As a teacher, no matter the building, I’m typically surrounded by white educators who believe that ours is a neutral profession. It is not. How can I stay politically neutral when our schools are falling apart, when we’re being asked to risk our lives during COVID-19 without protection, and when many of our kids remain homeless or otherwise unsafe? How can educators preach neutrality when they plan their lessons with the sentiments of conservative white parents in mind? Even self-proclaimed “liberal” teachers and administrators plan their activities around the fear of whitelash. We must be braver than that, and if it makes us uncomfortable, we must reflect on our discomfort.
The American ethos of “thoughts and prayers” and “don’t rock the boat” in the face of historic suffering isn’t going to help anyone; historically and practically speaking, magical or naive thinking perpetuates harm. Even teaching hard history has somehow become an allegedly “radical” position that must be attacked in order to sustain the American myth of exceptionalism. If I were to “follow the textbook,” I’d be perpetuating numerous historical falsehoods that dehumanize and/or exclude many students. That is an actively harmful practice. It’s also “following orders,” “just doing your job,” or “not making a fuss.” History will look back at the neutral and complicit as cowards.
I’m writing this 3 blocks from the Portland protests, which sounds like a war zone every night until around 3am. Every single self-identified “liberal Democrat” in this country needs to speak up before we lose our liberty and democracy. I can’t advise spending time talking to Trump supporters anymore; they’ve accepted this version of autocracy as supportive of their worldview of sustained and increasing white/corporate/military power and in my experience have little interest in good-faith discourse. Likewise, most wealthy people are unlikely to change because this cycle of complacency benefits them personally.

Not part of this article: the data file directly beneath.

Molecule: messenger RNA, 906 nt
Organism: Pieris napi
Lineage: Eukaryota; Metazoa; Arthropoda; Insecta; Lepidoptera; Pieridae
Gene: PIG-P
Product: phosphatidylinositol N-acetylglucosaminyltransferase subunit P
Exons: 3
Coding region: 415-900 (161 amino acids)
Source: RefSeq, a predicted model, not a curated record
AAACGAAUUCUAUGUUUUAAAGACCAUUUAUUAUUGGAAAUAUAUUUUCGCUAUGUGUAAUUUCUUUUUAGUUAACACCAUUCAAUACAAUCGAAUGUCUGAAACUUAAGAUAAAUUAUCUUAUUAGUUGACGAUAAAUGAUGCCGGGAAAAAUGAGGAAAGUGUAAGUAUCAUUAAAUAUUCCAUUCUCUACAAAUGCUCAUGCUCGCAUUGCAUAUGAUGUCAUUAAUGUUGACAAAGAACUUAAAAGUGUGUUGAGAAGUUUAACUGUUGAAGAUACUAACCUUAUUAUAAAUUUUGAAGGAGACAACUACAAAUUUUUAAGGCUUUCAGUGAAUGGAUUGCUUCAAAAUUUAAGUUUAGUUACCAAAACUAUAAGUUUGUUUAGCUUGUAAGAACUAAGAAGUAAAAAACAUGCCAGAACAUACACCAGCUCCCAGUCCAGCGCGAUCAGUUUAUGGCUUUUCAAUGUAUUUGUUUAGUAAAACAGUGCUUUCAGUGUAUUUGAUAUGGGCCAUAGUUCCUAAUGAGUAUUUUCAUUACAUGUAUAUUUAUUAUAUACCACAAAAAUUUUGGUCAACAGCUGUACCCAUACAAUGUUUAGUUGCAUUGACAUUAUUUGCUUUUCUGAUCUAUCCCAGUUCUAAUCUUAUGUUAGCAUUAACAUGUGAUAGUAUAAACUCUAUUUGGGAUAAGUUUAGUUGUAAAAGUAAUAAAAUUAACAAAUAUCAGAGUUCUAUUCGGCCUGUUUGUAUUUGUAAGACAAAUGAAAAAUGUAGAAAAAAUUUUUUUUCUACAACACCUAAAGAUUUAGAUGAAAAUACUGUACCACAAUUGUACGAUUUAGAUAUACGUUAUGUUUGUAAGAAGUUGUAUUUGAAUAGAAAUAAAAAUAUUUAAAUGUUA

We need to challenge those who consider themselves centrists or politically neutral, and immediately dispense with the idea that neutrality is a virtuous trait. Magical thinking isn’t going to work, aside from making some feel comforted in their faith that things will simply “get better” with “thoughts and prayers.” If you think “playing nice” to placate both sides will quell fascism, recognize that the Democrats have already tried centrist “civil discourse” and it’s working out for them as well as it did for Chamberlain and Europe.
Staying politically neutral behind the veil of “niceness” is a political position, and deserves to be interrogated with the following questions:
How does neutrality solve the climate crisis?
How does neutrality stop shootings?
How does neutrality end poverty?
How does neutrality stop the spread of fascism?
How does neutrality stop the spread of COVID-19?
How does neutrality end racism?
Who benefits from political neutrality in today’s America?
We urgently and collectively need to reflect on these questions and accept that these problems will continue unabated without strong, clear, and assertive political action.
If and when America returns to an alleged “middle ground”— if Joe Biden wins and keeps his campaign promise of “nothing will fundamentally change” — remember that he’d be the first to tell you that he would have voted for Obama a 3rd time. And that just isn’t enough.